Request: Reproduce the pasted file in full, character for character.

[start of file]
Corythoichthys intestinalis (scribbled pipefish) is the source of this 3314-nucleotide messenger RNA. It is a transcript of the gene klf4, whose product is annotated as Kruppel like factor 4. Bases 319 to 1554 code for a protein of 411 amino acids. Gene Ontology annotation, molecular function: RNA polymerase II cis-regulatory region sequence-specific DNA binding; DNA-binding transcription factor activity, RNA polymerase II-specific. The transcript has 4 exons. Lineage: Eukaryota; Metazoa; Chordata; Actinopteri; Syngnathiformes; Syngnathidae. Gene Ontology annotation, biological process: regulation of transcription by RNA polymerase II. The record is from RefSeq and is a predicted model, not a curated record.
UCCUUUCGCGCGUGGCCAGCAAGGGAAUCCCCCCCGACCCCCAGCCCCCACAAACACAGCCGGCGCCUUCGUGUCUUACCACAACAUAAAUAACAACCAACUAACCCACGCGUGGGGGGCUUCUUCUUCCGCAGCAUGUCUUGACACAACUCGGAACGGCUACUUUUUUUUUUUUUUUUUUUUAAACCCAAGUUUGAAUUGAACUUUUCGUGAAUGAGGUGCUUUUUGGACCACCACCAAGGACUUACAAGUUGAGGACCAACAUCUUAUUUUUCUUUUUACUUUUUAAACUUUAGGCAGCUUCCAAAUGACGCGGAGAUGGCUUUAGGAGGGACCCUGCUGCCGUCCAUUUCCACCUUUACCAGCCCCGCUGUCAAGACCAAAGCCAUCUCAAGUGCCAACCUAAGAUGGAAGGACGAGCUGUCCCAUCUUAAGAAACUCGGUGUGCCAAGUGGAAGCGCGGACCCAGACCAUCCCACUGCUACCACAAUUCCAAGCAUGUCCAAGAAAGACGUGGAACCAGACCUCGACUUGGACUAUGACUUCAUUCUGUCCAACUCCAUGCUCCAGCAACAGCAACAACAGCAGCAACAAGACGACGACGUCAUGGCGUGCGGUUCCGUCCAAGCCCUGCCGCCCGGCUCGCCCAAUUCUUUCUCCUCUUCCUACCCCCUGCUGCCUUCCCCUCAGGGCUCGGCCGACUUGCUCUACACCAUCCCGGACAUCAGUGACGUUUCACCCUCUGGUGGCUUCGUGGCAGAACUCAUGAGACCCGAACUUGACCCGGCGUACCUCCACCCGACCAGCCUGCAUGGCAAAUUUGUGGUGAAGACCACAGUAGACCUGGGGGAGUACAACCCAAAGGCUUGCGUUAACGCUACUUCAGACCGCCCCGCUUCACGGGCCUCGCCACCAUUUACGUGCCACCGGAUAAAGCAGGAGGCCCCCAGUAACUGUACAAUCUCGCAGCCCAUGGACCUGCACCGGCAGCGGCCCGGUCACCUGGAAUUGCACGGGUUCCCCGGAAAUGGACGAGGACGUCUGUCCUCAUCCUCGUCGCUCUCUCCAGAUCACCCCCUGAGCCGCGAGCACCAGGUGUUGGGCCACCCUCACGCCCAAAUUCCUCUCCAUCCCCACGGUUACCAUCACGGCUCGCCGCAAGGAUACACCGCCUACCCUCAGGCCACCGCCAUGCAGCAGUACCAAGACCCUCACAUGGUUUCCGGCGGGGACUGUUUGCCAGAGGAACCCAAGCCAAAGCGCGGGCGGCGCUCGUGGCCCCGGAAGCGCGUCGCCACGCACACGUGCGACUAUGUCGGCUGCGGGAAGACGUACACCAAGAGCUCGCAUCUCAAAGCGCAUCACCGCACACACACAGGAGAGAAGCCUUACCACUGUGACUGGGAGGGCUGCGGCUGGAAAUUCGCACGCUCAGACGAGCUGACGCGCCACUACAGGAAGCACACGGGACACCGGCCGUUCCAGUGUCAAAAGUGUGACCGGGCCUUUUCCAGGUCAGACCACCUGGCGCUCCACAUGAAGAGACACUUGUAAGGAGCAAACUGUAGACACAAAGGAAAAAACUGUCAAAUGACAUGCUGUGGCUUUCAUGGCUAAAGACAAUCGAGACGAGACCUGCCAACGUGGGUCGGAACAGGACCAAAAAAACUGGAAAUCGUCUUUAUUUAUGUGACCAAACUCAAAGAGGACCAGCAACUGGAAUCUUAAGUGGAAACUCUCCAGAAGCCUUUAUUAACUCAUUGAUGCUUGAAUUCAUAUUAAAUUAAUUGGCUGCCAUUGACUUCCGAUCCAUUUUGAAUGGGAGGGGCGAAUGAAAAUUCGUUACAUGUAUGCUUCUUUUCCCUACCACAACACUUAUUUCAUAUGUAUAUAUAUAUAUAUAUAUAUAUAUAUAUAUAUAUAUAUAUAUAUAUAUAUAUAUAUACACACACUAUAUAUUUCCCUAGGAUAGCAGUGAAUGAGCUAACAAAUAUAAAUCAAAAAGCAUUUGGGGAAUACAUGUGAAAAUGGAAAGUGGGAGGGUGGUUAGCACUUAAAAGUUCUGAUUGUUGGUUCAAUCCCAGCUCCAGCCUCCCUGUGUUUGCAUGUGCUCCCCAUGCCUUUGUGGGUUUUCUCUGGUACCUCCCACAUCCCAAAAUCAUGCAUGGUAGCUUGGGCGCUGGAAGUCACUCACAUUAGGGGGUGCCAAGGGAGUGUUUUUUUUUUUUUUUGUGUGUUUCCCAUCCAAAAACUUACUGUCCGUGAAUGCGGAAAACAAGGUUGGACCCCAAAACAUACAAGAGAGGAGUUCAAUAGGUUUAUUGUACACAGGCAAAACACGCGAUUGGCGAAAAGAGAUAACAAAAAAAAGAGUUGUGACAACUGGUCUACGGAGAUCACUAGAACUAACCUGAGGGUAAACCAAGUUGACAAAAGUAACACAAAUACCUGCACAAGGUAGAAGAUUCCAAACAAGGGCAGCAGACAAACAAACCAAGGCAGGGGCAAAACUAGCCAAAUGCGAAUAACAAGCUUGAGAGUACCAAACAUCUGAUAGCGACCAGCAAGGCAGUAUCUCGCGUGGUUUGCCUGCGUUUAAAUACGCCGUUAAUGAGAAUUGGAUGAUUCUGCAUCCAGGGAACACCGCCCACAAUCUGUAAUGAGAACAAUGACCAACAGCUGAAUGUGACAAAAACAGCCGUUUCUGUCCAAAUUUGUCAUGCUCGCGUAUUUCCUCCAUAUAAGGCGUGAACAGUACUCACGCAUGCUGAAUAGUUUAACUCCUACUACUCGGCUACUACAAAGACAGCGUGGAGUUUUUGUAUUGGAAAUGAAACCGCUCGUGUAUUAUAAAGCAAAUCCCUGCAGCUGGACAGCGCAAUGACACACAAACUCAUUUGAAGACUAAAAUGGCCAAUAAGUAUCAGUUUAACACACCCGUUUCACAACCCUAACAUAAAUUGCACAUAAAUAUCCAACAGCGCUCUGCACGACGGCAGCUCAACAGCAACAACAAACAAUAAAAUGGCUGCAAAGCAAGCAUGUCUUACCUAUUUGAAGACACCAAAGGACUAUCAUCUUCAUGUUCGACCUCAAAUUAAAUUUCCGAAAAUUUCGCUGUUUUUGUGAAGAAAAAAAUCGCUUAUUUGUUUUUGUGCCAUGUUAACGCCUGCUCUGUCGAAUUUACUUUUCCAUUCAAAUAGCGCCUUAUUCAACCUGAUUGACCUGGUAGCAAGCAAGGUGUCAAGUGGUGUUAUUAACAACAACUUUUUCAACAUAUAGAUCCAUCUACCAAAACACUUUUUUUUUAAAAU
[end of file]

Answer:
Corythoichthys intestinalis (scribbled pipefish) is the source of this 3314-nucleotide messenger RNA. It is a transcript of the gene klf4, whose product is annotated as Kruppel like factor 4. Bases 319 to 1554 code for a protein of 411 amino acids. Gene Ontology annotation, molecular function: RNA polymerase II cis-regulatory region sequence-specific DNA binding; DNA-binding transcription factor activity, RNA polymerase II-specific. The transcript has 4 exons. Lineage: Eukaryota; Metazoa; Chordata; Actinopteri; Syngnathiformes; Syngnathidae. Gene Ontology annotation, biological process: regulation of transcription by RNA polymerase II. The record is from RefSeq and is a predicted model, not a curated record.
UCCUUUCGCGCGUGGCCAGCAAGGGAAUCCCCCCCGACCCCCAGCCCCCACAAACACAGCCGGCGCCUUCGUGUCUUACCACAACAUAAAUAACAACCAACUAACCCACGCGUGGGGGGCUUCUUCUUCCGCAGCAUGUCUUGACACAACUCGGAACGGCUACUUUUUUUUUUUUUUUUUUUUAAACCCAAGUUUGAAUUGAACUUUUCGUGAAUGAGGUGCUUUUUGGACCACCACCAAGGACUUACAAGUUGAGGACCAACAUCUUAUUUUUCUUUUUACUUUUUAAACUUUAGGCAGCUUCCAAAUGACGCGGAGAUGGCUUUAGGAGGGACCCUGCUGCCGUCCAUUUCCACCUUUACCAGCCCCGCUGUCAAGACCAAAGCCAUCUCAAGUGCCAACCUAAGAUGGAAGGACGAGCUGUCCCAUCUUAAGAAACUCGGUGUGCCAAGUGGAAGCGCGGACCCAGACCAUCCCACUGCUACCACAAUUCCAAGCAUGUCCAAGAAAGACGUGGAACCAGACCUCGACUUGGACUAUGACUUCAUUCUGUCCAACUCCAUGCUCCAGCAACAGCAACAACAGCAGCAACAAGACGACGACGUCAUGGCGUGCGGUUCCGUCCAAGCCCUGCCGCCCGGCUCGCCCAAUUCUUUCUCCUCUUCCUACCCCCUGCUGCCUUCCCCUCAGGGCUCGGCCGACUUGCUCUACACCAUCCCGGACAUCAGUGACGUUUCACCCUCUGGUGGCUUCGUGGCAGAACUCAUGAGACCCGAACUUGACCCGGCGUACCUCCACCCGACCAGCCUGCAUGGCAAAUUUGUGGUGAAGACCACAGUAGACCUGGGGGAGUACAACCCAAAGGCUUGCGUUAACGCUACUUCAGACCGCCCCGCUUCACGGGCCUCGCCACCAUUUACGUGCCACCGGAUAAAGCAGGAGGCCCCCAGUAACUGUACAAUCUCGCAGCCCAUGGACCUGCACCGGCAGCGGCCCGGUCACCUGGAAUUGCACGGGUUCCCCGGAAAUGGACGAGGACGUCUGUCCUCAUCCUCGUCGCUCUCUCCAGAUCACCCCCUGAGCCGCGAGCACCAGGUGUUGGGCCACCCUCACGCCCAAAUUCCUCUCCAUCCCCACGGUUACCAUCACGGCUCGCCGCAAGGAUACACCGCCUACCCUCAGGCCACCGCCAUGCAGCAGUACCAAGACCCUCACAUGGUUUCCGGCGGGGACUGUUUGCCAGAGGAACCCAAGCCAAAGCGCGGGCGGCGCUCGUGGCCCCGGAAGCGCGUCGCCACGCACACGUGCGACUAUGUCGGCUGCGGGAAGACGUACACCAAGAGCUCGCAUCUCAAAGCGCAUCACCGCACACACACAGGAGAGAAGCCUUACCACUGUGACUGGGAGGGCUGCGGCUGGAAAUUCGCACGCUCAGACGAGCUGACGCGCCACUACAGGAAGCACACGGGACACCGGCCGUUCCAGUGUCAAAAGUGUGACCGGGCCUUUUCCAGGUCAGACCACCUGGCGCUCCACAUGAAGAGACACUUGUAAGGAGCAAACUGUAGACACAAAGGAAAAAACUGUCAAAUGACAUGCUGUGGCUUUCAUGGCUAAAGACAAUCGAGACGAGACCUGCCAACGUGGGUCGGAACAGGACCAAAAAAACUGGAAAUCGUCUUUAUUUAUGUGACCAAACUCAAAGAGGACCAGCAACUGGAAUCUUAAGUGGAAACUCUCCAGAAGCCUUUAUUAACUCAUUGAUGCUUGAAUUCAUAUUAAAUUAAUUGGCUGCCAUUGACUUCCGAUCCAUUUUGAAUGGGAGGGGCGAAUGAAAAUUCGUUACAUGUAUGCUUCUUUUCCCUACCACAACACUUAUUUCAUAUGUAUAUAUAUAUAUAUAUAUAUAUAUAUAUAUAUAUAUAUAUAUAUAUAUAUAUAUAUACACACACUAUAUAUUUCCCUAGGAUAGCAGUGAAUGAGCUAACAAAUAUAAAUCAAAAAGCAUUUGGGGAAUACAUGUGAAAAUGGAAAGUGGGAGGGUGGUUAGCACUUAAAAGUUCUGAUUGUUGGUUCAAUCCCAGCUCCAGCCUCCCUGUGUUUGCAUGUGCUCCCCAUGCCUUUGUGGGUUUUCUCUGGUACCUCCCACAUCCCAAAAUCAUGCAUGGUAGCUUGGGCGCUGGAAGUCACUCACAUUAGGGGGUGCCAAGGGAGUGUUUUUUUUUUUUUUUGUGUGUUUCCCAUCCAAAAACUUACUGUCCGUGAAUGCGGAAAACAAGGUUGGACCCCAAAACAUACAAGAGAGGAGUUCAAUAGGUUUAUUGUACACAGGCAAAACACGCGAUUGGCGAAAAGAGAUAACAAAAAAAAGAGUUGUGACAACUGGUCUACGGAGAUCACUAGAACUAACCUGAGGGUAAACCAAGUUGACAAAAGUAACACAAAUACCUGCACAAGGUAGAAGAUUCCAAACAAGGGCAGCAGACAAACAAACCAAGGCAGGGGCAAAACUAGCCAAAUGCGAAUAACAAGCUUGAGAGUACCAAACAUCUGAUAGCGACCAGCAAGGCAGUAUCUCGCGUGGUUUGCCUGCGUUUAAAUACGCCGUUAAUGAGAAUUGGAUGAUUCUGCAUCCAGGGAACACCGCCCACAAUCUGUAAUGAGAACAAUGACCAACAGCUGAAUGUGACAAAAACAGCCGUUUCUGUCCAAAUUUGUCAUGCUCGCGUAUUUCCUCCAUAUAAGGCGUGAACAGUACUCACGCAUGCUGAAUAGUUUAACUCCUACUACUCGGCUACUACAAAGACAGCGUGGAGUUUUUGUAUUGGAAAUGAAACCGCUCGUGUAUUAUAAAGCAAAUCCCUGCAGCUGGACAGCGCAAUGACACACAAACUCAUUUGAAGACUAAAAUGGCCAAUAAGUAUCAGUUUAACACACCCGUUUCACAACCCUAACAUAAAUUGCACAUAAAUAUCCAACAGCGCUCUGCACGACGGCAGCUCAACAGCAACAACAAACAAUAAAAUGGCUGCAAAGCAAGCAUGUCUUACCUAUUUGAAGACACCAAAGGACUAUCAUCUUCAUGUUCGACCUCAAAUUAAAUUUCCGAAAAUUUCGCUGUUUUUGUGAAGAAAAAAAUCGCUUAUUUGUUUUUGUGCCAUGUUAACGCCUGCUCUGUCGAAUUUACUUUUCCAUUCAAAUAGCGCCUUAUUCAACCUGAUUGACCUGGUAGCAAGCAAGGUGUCAAGUGGUGUUAUUAACAACAACUUUUUCAACAUAUAGAUCCAUCUACCAAAACACUUUUUUUUUAAAAU